> every year forthcoming.  That changed everything.

>Jefferson let the Pasha know, in no uncertain terms what he could do with
> his demand.  The Pasha responded by cutting down the flagpole at the
> American consulate and declared war on the United States.  Tunis, Morocco
> , and Algiers immediately followed suit.  Jefferson, until now, had been
> against America raising a naval force for anything beyond coastal defense,
> but having watched his nation be cowed by Islamic thuggery for long
> enough,
> decided that it was
> finally time to meet force with force.

> He dispatched a squadron of frigates to the Mediterranean and taught the
> Muslim nations of the Barbary Coast a lesson he hoped they would never
> for get.  Congress authorized Jefferson to empower U.S. ships to seize all
> vessels and goods of the Pasha of Tripoli and to “cause to be done all
> other acts of precaution or hostility as the state of war would justify”.

> When Algiers and Tunis , who were both accustomed to American cowardice
> and
> acquiescence, saw the newly independent United States had both the will
> and
> the might to strike back, they quickly abandoned their allegiance to
> Tripoli.  The war with Tripoli lasted for four more years, and raged up
> again in 1815.  The bravery of the U.S. Marine Corps in these wars led to
> the line “to the shores of Tripoli” in the Marine Hymn, They would forever
> be known as “leathernecks” for the leather collars of their uniforms,
> designed to prevent their heads from being cut off by the Muslim scimitars
> when boarding enemy
> ships.

> Islam, and what its Barbary followers justified doing in the name of their
> prophet and their god, disturbed Jefferson quite deeply.  America had a
> tradition of religious tolerance, the fact that Jefferson, himself, had
> co-authored the Virginia Statute for Religious Freedom, but fundamentalist
> Islam was like no other religion the world had ever seen.  A religion
> based
> on supremacism, whose holy book not only condoned but mandated violence
> against unbelievers was unacceptable to him.  His greatest fear was that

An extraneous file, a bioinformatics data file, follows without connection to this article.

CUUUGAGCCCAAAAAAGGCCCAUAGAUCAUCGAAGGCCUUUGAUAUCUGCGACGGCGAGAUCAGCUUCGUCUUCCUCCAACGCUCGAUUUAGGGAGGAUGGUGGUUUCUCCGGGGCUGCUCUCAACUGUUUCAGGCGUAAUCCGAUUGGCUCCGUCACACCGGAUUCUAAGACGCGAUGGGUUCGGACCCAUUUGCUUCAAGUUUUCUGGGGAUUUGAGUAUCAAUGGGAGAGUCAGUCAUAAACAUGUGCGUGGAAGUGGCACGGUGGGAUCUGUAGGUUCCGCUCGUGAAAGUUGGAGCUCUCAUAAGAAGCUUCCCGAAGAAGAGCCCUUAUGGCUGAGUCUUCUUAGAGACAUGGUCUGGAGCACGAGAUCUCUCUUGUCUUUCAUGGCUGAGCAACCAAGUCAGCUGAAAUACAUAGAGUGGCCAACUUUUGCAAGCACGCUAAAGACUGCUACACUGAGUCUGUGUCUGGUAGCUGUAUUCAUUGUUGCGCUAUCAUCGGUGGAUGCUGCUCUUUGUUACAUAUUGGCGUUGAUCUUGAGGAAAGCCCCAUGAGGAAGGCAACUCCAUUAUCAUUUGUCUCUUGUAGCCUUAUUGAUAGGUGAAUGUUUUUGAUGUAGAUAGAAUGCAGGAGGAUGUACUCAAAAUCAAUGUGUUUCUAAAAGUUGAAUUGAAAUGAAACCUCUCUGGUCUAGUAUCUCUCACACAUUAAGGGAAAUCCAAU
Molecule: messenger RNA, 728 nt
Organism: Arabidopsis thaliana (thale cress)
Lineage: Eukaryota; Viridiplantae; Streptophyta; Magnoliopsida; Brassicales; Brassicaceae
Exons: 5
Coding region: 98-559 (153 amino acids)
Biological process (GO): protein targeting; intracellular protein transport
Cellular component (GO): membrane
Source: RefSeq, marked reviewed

> someday this brand of Islam would return and pose an even greater threat
> to the United States .

> This should bother every American.  That the Islams have brought about
> women-only classes and swimming times at taxpayer-funded universities and
> public pools; that Christians, Jews, and Hindus have been banned from
> serving on juries where Muslim defendants are being judged.  Piggy banks
> and Porky Pig tissue dispensers have been banned from workplaces because
> they offend Islamist sensibilities.  Ice cream has been discontinued at
> certain Burger
> King locations because the picture on the wrapper looks similar to the
> Arabic script for Allah.  Public schools are  pulling pork from their
> menus, and on and on in the newspapers….

> It’s death by a thousand cuts, or inch-by-inch as some refer to it, and
> most Americans have no idea that this battle is being waged every day
> across America .  By not fighting back, by allowing groups to obfuscate
> what is really happening, and not insisting that the Islamists adapt to
> our own culture, the United States is cutting its own throat with a
> politically correct knife, and helping to further the Islamists agenda.  Sadly, *it
> appears that today’s America would rather be politically correct* than
> victorious.

> Happy Remembering!

> *Footnote from:  National Geographic Magazine, Vol. 139, No. 6, June 1971,
> article title “Morocco Land of the Farthest West,” P. 842:*
> “It was the Arab conquest, early in the eighth century, that
> crystallized Moroccan character.  The original Berber inhabitants had held
> the Phoenicians and Romans to coastal areas.  Yet the Berbers *submitted
> to
> the armies of Islam, **subdued not by the sword but by the word*.”

> Can you see that same type of Islamic conquest slowly taking place right
> now in Europe and the United States?

Aerial Refueling over Afghanistan – Video

KC-10 refuels another and then an F-16 and A-10Warthogs; pretty neat

Unlike the KC-135 tanker where the boom operator (boomer) lies on his stomach to view out a window to refuel other aircraft, the KC-10 boomer sits in a comfortable chair and looks out a picture window during refueling. Think what it would look like if a large aircraft like the C-5M, C-17, B-52, B1, or B-2 came into view.